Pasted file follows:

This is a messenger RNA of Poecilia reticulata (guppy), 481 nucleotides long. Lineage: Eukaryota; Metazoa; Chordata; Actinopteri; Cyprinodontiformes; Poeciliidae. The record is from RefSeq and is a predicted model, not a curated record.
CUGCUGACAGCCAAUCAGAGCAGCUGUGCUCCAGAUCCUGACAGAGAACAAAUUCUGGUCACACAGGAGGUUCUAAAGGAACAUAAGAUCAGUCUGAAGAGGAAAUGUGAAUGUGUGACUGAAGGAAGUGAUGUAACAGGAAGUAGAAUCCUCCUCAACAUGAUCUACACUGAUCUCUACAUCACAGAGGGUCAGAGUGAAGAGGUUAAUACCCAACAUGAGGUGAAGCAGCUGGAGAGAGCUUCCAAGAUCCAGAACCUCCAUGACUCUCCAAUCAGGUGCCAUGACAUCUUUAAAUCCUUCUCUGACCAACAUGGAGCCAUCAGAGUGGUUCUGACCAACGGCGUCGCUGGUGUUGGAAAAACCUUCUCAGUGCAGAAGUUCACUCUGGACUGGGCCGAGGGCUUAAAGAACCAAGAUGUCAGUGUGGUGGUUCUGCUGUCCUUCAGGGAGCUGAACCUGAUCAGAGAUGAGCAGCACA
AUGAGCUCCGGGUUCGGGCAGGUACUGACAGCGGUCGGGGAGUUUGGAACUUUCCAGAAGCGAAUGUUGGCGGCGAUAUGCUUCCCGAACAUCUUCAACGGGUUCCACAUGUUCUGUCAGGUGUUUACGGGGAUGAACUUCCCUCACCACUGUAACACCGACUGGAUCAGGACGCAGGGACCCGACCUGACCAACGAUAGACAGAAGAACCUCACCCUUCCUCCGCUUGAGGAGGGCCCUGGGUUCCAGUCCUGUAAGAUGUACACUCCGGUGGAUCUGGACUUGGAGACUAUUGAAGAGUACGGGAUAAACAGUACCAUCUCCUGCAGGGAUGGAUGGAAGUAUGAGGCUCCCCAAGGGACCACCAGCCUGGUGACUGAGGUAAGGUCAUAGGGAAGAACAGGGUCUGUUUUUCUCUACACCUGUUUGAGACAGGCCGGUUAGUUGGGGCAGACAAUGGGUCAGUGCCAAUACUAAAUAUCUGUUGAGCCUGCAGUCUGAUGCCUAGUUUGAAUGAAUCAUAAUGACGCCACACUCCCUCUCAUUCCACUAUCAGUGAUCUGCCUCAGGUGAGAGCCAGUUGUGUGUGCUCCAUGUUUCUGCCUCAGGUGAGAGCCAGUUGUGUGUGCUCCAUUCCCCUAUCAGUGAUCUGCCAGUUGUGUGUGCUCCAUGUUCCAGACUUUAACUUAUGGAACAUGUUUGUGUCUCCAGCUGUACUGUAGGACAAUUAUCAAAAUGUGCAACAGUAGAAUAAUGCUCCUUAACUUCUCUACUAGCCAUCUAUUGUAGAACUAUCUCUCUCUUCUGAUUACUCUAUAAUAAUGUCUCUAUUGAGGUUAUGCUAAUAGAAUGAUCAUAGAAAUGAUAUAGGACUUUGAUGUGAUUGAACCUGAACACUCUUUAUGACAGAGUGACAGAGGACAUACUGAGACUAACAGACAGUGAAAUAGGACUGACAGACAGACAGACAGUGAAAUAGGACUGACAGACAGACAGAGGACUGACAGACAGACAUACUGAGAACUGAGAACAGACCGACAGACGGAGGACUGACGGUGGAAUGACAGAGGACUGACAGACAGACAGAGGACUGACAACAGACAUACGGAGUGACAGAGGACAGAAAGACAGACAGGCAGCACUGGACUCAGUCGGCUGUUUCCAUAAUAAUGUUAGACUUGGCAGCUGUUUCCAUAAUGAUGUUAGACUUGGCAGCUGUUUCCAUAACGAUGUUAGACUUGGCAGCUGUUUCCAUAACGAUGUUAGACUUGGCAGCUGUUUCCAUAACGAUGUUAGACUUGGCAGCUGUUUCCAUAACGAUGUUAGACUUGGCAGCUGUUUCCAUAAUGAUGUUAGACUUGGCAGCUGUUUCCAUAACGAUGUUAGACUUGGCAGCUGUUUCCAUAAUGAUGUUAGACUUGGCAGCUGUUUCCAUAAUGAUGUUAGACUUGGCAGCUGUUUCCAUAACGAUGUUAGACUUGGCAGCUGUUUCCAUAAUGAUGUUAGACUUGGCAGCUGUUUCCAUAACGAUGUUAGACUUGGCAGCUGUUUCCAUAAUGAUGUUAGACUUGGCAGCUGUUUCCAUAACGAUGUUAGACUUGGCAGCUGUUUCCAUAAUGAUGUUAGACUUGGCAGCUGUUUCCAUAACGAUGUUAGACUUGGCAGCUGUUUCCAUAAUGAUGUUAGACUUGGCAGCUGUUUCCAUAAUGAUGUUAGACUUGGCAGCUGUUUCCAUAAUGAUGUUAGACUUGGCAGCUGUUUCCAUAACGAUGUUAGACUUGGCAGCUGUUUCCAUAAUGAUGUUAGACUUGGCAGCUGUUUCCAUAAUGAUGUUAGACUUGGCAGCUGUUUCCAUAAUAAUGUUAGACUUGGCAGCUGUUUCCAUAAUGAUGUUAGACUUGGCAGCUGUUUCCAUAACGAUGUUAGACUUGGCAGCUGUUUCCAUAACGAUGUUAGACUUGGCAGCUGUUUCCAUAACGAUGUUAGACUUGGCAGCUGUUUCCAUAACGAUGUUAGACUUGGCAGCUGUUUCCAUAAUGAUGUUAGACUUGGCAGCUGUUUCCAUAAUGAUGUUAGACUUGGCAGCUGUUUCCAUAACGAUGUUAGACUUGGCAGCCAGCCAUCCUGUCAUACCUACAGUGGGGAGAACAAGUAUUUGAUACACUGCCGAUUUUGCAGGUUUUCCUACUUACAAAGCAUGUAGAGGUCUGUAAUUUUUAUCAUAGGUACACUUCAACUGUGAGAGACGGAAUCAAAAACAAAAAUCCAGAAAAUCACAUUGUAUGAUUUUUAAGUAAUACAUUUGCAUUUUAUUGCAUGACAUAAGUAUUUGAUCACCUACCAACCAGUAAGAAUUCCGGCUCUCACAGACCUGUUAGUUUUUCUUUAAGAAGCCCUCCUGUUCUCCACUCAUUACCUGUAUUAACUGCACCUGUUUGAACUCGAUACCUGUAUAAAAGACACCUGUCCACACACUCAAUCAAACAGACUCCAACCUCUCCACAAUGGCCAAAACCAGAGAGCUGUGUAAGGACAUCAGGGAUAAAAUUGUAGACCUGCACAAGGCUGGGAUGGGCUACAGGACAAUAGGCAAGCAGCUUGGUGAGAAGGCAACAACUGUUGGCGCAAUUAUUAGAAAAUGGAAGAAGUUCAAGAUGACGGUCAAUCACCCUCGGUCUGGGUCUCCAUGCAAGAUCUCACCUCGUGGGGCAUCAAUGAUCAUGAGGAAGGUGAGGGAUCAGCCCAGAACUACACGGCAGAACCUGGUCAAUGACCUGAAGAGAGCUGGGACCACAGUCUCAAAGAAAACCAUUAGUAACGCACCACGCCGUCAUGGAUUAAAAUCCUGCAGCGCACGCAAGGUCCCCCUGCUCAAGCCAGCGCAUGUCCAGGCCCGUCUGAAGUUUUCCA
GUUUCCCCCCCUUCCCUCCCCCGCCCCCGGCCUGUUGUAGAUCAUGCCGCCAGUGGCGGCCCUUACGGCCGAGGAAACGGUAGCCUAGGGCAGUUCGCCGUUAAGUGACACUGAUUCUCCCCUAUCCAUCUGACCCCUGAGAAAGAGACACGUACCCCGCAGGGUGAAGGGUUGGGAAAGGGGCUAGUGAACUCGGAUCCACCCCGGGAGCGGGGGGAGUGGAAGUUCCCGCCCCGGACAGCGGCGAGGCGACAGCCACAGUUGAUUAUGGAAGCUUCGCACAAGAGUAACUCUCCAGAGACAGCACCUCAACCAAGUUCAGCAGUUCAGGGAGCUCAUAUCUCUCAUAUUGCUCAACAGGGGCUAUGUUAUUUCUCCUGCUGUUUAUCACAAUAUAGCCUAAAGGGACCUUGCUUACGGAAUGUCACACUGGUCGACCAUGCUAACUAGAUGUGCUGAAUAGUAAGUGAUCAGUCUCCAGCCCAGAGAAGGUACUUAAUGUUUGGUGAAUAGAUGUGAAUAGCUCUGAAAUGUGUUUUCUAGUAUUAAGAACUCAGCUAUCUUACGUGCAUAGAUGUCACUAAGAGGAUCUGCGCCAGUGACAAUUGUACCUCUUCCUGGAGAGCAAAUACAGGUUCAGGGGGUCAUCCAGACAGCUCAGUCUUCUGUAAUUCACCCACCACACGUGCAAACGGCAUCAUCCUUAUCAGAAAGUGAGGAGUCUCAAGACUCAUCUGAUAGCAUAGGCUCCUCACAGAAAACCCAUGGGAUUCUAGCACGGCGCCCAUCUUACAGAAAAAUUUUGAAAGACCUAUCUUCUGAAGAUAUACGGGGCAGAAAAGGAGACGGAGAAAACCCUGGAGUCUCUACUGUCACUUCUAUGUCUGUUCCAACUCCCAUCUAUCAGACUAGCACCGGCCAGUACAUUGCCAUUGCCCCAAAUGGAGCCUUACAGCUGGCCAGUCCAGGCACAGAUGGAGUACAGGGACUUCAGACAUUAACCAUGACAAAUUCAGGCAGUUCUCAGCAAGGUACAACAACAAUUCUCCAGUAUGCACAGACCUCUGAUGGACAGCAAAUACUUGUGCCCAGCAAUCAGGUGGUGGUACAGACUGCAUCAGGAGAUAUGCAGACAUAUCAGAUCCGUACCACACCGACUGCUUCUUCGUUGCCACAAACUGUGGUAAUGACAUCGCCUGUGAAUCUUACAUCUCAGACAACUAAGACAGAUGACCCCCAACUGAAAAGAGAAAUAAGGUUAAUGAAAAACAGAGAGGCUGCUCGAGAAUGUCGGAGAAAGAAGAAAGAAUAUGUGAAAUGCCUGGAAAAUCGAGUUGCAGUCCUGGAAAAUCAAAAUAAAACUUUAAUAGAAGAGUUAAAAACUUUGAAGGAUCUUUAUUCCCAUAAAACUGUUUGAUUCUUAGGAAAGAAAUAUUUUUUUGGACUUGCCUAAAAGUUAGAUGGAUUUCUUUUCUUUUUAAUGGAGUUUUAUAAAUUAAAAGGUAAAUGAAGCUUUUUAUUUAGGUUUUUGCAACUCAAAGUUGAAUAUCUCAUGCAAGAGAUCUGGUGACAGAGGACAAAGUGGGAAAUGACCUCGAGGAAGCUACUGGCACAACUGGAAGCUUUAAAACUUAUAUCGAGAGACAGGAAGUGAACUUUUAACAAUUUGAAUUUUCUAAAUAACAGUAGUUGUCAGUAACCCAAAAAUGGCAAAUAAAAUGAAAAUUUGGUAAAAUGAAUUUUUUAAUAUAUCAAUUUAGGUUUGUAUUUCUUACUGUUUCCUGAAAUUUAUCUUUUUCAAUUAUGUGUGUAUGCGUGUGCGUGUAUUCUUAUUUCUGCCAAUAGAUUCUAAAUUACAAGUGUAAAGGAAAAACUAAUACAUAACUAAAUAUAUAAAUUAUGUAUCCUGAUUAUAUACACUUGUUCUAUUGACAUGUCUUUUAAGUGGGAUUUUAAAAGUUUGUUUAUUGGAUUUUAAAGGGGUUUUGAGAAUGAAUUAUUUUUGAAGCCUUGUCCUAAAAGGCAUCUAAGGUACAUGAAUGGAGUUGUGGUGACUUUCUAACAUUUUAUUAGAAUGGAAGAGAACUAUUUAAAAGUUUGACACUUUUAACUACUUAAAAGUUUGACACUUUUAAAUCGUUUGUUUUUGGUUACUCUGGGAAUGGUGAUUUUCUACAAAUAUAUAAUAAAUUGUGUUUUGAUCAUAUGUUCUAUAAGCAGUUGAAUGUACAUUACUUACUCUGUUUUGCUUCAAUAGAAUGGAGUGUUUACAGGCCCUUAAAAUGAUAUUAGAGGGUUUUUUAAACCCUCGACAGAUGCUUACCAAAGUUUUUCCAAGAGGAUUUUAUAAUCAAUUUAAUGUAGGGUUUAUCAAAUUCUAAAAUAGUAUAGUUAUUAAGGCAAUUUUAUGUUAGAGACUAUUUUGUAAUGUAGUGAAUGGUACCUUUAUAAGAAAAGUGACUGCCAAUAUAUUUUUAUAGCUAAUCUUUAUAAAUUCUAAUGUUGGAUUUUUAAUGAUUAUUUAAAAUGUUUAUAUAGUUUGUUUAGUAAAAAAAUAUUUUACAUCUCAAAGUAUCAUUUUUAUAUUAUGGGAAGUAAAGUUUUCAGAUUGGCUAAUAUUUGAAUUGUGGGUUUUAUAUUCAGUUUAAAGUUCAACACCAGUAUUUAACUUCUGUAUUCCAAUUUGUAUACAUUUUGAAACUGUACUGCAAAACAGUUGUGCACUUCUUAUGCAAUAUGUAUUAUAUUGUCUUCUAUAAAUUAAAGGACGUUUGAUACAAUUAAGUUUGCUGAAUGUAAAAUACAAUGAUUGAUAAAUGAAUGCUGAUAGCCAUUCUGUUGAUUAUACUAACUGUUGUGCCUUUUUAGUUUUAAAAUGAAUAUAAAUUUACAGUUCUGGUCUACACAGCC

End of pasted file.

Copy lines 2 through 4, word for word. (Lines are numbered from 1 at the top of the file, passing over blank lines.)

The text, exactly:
CUGCUGACAGCCAAUCAGAGCAGCUGUGCUCCAGAUCCUGACAGAGAACAAAUUCUGGUCACACAGGAGGUUCUAAAGGAACAUAAGAUCAGUCUGAAGAGGAAAUGUGAAUGUGUGACUGAAGGAAGUGAUGUAACAGGAAGUAGAAUCCUCCUCAACAUGAUCUACACUGAUCUCUACAUCACAGAGGGUCAGAGUGAAGAGGUUAAUACCCAACAUGAGGUGAAGCAGCUGGAGAGAGCUUCCAAGAUCCAGAACCUCCAUGACUCUCCAAUCAGGUGCCAUGACAUCUUUAAAUCCUUCUCUGACCAACAUGGAGCCAUCAGAGUGGUUCUGACCAACGGCGUCGCUGGUGUUGGAAAAACCUUCUCAGUGCAGAAGUUCACUCUGGACUGGGCCGAGGGCUUAAAGAACCAAGAUGUCAGUGUGGUGGUUCUGCUGUCCUUCAGGGAGCUGAACCUGAUCAGAGAUGAGCAGCACA
AUGAGCUCCGGGUUCGGGCAGGUACUGACAGCGGUCGGGGAGUUUGGAACUUUCCAGAAGCGAAUGUUGGCGGCGAUAUGCUUCCCGAACAUCUUCAACGGGUUCCACAUGUUCUGUCAGGUGUUUACGGGGAUGAACUUCCCUCACCACUGUAACACCGACUGGAUCAGGACGCAGGGACCCGACCUGACCAACGAUAGACAGAAGAACCUCACCCUUCCUCCGCUUGAGGAGGGCCCUGGGUUCCAGUCCUGUAAGAUGUACACUCCGGUGGAUCUGGACUUGGAGACUAUUGAAGAGUACGGGAUAAACAGUACCAUCUCCUGCAGGGAUGGAUGGAAGUAUGAGGCUCCCCAAGGGACCACCAGCCUGGUGACUGAGGUAAGGUCAUAGGGAAGAACAGGGUCUGUUUUUCUCUACACCUGUUUGAGACAGGCCGGUUAGUUGGGGCAGACAAUGGGUCAGUGCCAAUACUAAAUAUCUGUUGAGCCUGCAGUCUGAUGCCUAGUUUGAAUGAAUCAUAAUGACGCCACACUCCCUCUCAUUCCACUAUCAGUGAUCUGCCUCAGGUGAGAGCCAGUUGUGUGUGCUCCAUGUUUCUGCCUCAGGUGAGAGCCAGUUGUGUGUGCUCCAUUCCCCUAUCAGUGAUCUGCCAGUUGUGUGUGCUCCAUGUUCCAGACUUUAACUUAUGGAACAUGUUUGUGUCUCCAGCUGUACUGUAGGACAAUUAUCAAAAUGUGCAACAGUAGAAUAAUGCUCCUUAACUUCUCUACUAGCCAUCUAUUGUAGAACUAUCUCUCUCUUCUGAUUACUCUAUAAUAAUGUCUCUAUUGAGGUUAUGCUAAUAGAAUGAUCAUAGAAAUGAUAUAGGACUUUGAUGUGAUUGAACCUGAACACUCUUUAUGACAGAGUGACAGAGGACAUACUGAGACUAACAGACAGUGAAAUAGGACUGACAGACAGACAGACAGUGAAAUAGGACUGACAGACAGACAGAGGACUGACAGACAGACAUACUGAGAACUGAGAACAGACCGACAGACGGAGGACUGACGGUGGAAUGACAGAGGACUGACAGACAGACAGAGGACUGACAACAGACAUACGGAGUGACAGAGGACAGAAAGACAGACAGGCAGCACUGGACUCAGUCGGCUGUUUCCAUAAUAAUGUUAGACUUGGCAGCUGUUUCCAUAAUGAUGUUAGACUUGGCAGCUGUUUCCAUAACGAUGUUAGACUUGGCAGCUGUUUCCAUAACGAUGUUAGACUUGGCAGCUGUUUCCAUAACGAUGUUAGACUUGGCAGCUGUUUCCAUAACGAUGUUAGACUUGGCAGCUGUUUCCAUAAUGAUGUUAGACUUGGCAGCUGUUUCCAUAACGAUGUUAGACUUGGCAGCUGUUUCCAUAAUGAUGUUAGACUUGGCAGCUGUUUCCAUAAUGAUGUUAGACUUGGCAGCUGUUUCCAUAACGAUGUUAGACUUGGCAGCUGUUUCCAUAAUGAUGUUAGACUUGGCAGCUGUUUCCAUAACGAUGUUAGACUUGGCAGCUGUUUCCAUAAUGAUGUUAGACUUGGCAGCUGUUUCCAUAACGAUGUUAGACUUGGCAGCUGUUUCCAUAAUGAUGUUAGACUUGGCAGCUGUUUCCAUAACGAUGUUAGACUUGGCAGCUGUUUCCAUAAUGAUGUUAGACUUGGCAGCUGUUUCCAUAAUGAUGUUAGACUUGGCAGCUGUUUCCAUAAUGAUGUUAGACUUGGCAGCUGUUUCCAUAACGAUGUUAGACUUGGCAGCUGUUUCCAUAAUGAUGUUAGACUUGGCAGCUGUUUCCAUAAUGAUGUUAGACUUGGCAGCUGUUUCCAUAAUAAUGUUAGACUUGGCAGCUGUUUCCAUAAUGAUGUUAGACUUGGCAGCUGUUUCCAUAACGAUGUUAGACUUGGCAGCUGUUUCCAUAACGAUGUUAGACUUGGCAGCUGUUUCCAUAACGAUGUUAGACUUGGCAGCUGUUUCCAUAACGAUGUUAGACUUGGCAGCUGUUUCCAUAAUGAUGUUAGACUUGGCAGCUGUUUCCAUAAUGAUGUUAGACUUGGCAGCUGUUUCCAUAACGAUGUUAGACUUGGCAGCCAGCCAUCCUGUCAUACCUACAGUGGGGAGAACAAGUAUUUGAUACACUGCCGAUUUUGCAGGUUUUCCUACUUACAAAGCAUGUAGAGGUCUGUAAUUUUUAUCAUAGGUACACUUCAACUGUGAGAGACGGAAUCAAAAACAAAAAUCCAGAAAAUCACAUUGUAUGAUUUUUAAGUAAUACAUUUGCAUUUUAUUGCAUGACAUAAGUAUUUGAUCACCUACCAACCAGUAAGAAUUCCGGCUCUCACAGACCUGUUAGUUUUUCUUUAAGAAGCCCUCCUGUUCUCCACUCAUUACCUGUAUUAACUGCACCUGUUUGAACUCGAUACCUGUAUAAAAGACACCUGUCCACACACUCAAUCAAACAGACUCCAACCUCUCCACAAUGGCCAAAACCAGAGAGCUGUGUAAGGACAUCAGGGAUAAAAUUGUAGACCUGCACAAGGCUGGGAUGGGCUACAGGACAAUAGGCAAGCAGCUUGGUGAGAAGGCAACAACUGUUGGCGCAAUUAUUAGAAAAUGGAAGAAGUUCAAGAUGACGGUCAAUCACCCUCGGUCUGGGUCUCCAUGCAAGAUCUCACCUCGUGGGGCAUCAAUGAUCAUGAGGAAGGUGAGGGAUCAGCCCAGAACUACACGGCAGAACCUGGUCAAUGACCUGAAGAGAGCUGGGACCACAGUCUCAAAGAAAACCAUUAGUAACGCACCACGCCGUCAUGGAUUAAAAUCCUGCAGCGCACGCAAGGUCCCCCUGCUCAAGCCAGCGCAUGUCCAGGCCCGUCUGAAGUUUUCCA
GUUUCCCCCCCUUCCCUCCCCCGCCCCCGGCCUGUUGUAGAUCAUGCCGCCAGUGGCGGCCCUUACGGCCGAGGAAACGGUAGCCUAGGGCAGUUCGCCGUUAAGUGACACUGAUUCUCCCCUAUCCAUCUGACCCCUGAGAAAGAGACACGUACCCCGCAGGGUGAAGGGUUGGGAAAGGGGCUAGUGAACUCGGAUCCACCCCGGGAGCGGGGGGAGUGGAAGUUCCCGCCCCGGACAGCGGCGAGGCGACAGCCACAGUUGAUUAUGGAAGCUUCGCACAAGAGUAACUCUCCAGAGACAGCACCUCAACCAAGUUCAGCAGUUCAGGGAGCUCAUAUCUCUCAUAUUGCUCAACAGGGGCUAUGUUAUUUCUCCUGCUGUUUAUCACAAUAUAGCCUAAAGGGACCUUGCUUACGGAAUGUCACACUGGUCGACCAUGCUAACUAGAUGUGCUGAAUAGUAAGUGAUCAGUCUCCAGCCCAGAGAAGGUACUUAAUGUUUGGUGAAUAGAUGUGAAUAGCUCUGAAAUGUGUUUUCUAGUAUUAAGAACUCAGCUAUCUUACGUGCAUAGAUGUCACUAAGAGGAUCUGCGCCAGUGACAAUUGUACCUCUUCCUGGAGAGCAAAUACAGGUUCAGGGGGUCAUCCAGACAGCUCAGUCUUCUGUAAUUCACCCACCACACGUGCAAACGGCAUCAUCCUUAUCAGAAAGUGAGGAGUCUCAAGACUCAUCUGAUAGCAUAGGCUCCUCACAGAAAACCCAUGGGAUUCUAGCACGGCGCCCAUCUUACAGAAAAAUUUUGAAAGACCUAUCUUCUGAAGAUAUACGGGGCAGAAAAGGAGACGGAGAAAACCCUGGAGUCUCUACUGUCACUUCUAUGUCUGUUCCAACUCCCAUCUAUCAGACUAGCACCGGCCAGUACAUUGCCAUUGCCCCAAAUGGAGCCUUACAGCUGGCCAGUCCAGGCACAGAUGGAGUACAGGGACUUCAGACAUUAACCAUGACAAAUUCAGGCAGUUCUCAGCAAGGUACAACAACAAUUCUCCAGUAUGCACAGACCUCUGAUGGACAGCAAAUACUUGUGCCCAGCAAUCAGGUGGUGGUACAGACUGCAUCAGGAGAUAUGCAGACAUAUCAGAUCCGUACCACACCGACUGCUUCUUCGUUGCCACAAACUGUGGUAAUGACAUCGCCUGUGAAUCUUACAUCUCAGACAACUAAGACAGAUGACCCCCAACUGAAAAGAGAAAUAAGGUUAAUGAAAAACAGAGAGGCUGCUCGAGAAUGUCGGAGAAAGAAGAAAGAAUAUGUGAAAUGCCUGGAAAAUCGAGUUGCAGUCCUGGAAAAUCAAAAUAAAACUUUAAUAGAAGAGUUAAAAACUUUGAAGGAUCUUUAUUCCCAUAAAACUGUUUGAUUCUUAGGAAAGAAAUAUUUUUUUGGACUUGCCUAAAAGUUAGAUGGAUUUCUUUUCUUUUUAAUGGAGUUUUAUAAAUUAAAAGGUAAAUGAAGCUUUUUAUUUAGGUUUUUGCAACUCAAAGUUGAAUAUCUCAUGCAAGAGAUCUGGUGACAGAGGACAAAGUGGGAAAUGACCUCGAGGAAGCUACUGGCACAACUGGAAGCUUUAAAACUUAUAUCGAGAGACAGGAAGUGAACUUUUAACAAUUUGAAUUUUCUAAAUAACAGUAGUUGUCAGUAACCCAAAAAUGGCAAAUAAAAUGAAAAUUUGGUAAAAUGAAUUUUUUAAUAUAUCAAUUUAGGUUUGUAUUUCUUACUGUUUCCUGAAAUUUAUCUUUUUCAAUUAUGUGUGUAUGCGUGUGCGUGUAUUCUUAUUUCUGCCAAUAGAUUCUAAAUUACAAGUGUAAAGGAAAAACUAAUACAUAACUAAAUAUAUAAAUUAUGUAUCCUGAUUAUAUACACUUGUUCUAUUGACAUGUCUUUUAAGUGGGAUUUUAAAAGUUUGUUUAUUGGAUUUUAAAGGGGUUUUGAGAAUGAAUUAUUUUUGAAGCCUUGUCCUAAAAGGCAUCUAAGGUACAUGAAUGGAGUUGUGGUGACUUUCUAACAUUUUAUUAGAAUGGAAGAGAACUAUUUAAAAGUUUGACACUUUUAACUACUUAAAAGUUUGACACUUUUAAAUCGUUUGUUUUUGGUUACUCUGGGAAUGGUGAUUUUCUACAAAUAUAUAAUAAAUUGUGUUUUGAUCAUAUGUUCUAUAAGCAGUUGAAUGUACAUUACUUACUCUGUUUUGCUUCAAUAGAAUGGAGUGUUUACAGGCCCUUAAAAUGAUAUUAGAGGGUUUUUUAAACCCUCGACAGAUGCUUACCAAAGUUUUUCCAAGAGGAUUUUAUAAUCAAUUUAAUGUAGGGUUUAUCAAAUUCUAAAAUAGUAUAGUUAUUAAGGCAAUUUUAUGUUAGAGACUAUUUUGUAAUGUAGUGAAUGGUACCUUUAUAAGAAAAGUGACUGCCAAUAUAUUUUUAUAGCUAAUCUUUAUAAAUUCUAAUGUUGGAUUUUUAAUGAUUAUUUAAAAUGUUUAUAUAGUUUGUUUAGUAAAAAAAUAUUUUACAUCUCAAAGUAUCAUUUUUAUAUUAUGGGAAGUAAAGUUUUCAGAUUGGCUAAUAUUUGAAUUGUGGGUUUUAUAUUCAGUUUAAAGUUCAACACCAGUAUUUAACUUCUGUAUUCCAAUUUGUAUACAUUUUGAAACUGUACUGCAAAACAGUUGUGCACUUCUUAUGCAAUAUGUAUUAUAUUGUCUUCUAUAAAUUAAAGGACGUUUGAUACAAUUAAGUUUGCUGAAUGUAAAAUACAAUGAUUGAUAAAUGAAUGCUGAUAGCCAUUCUGUUGAUUAUACUAACUGUUGUGCCUUUUUAGUUUUAAAAUGAAUAUAAAUUUACAGUUCUGGUCUACACAGCC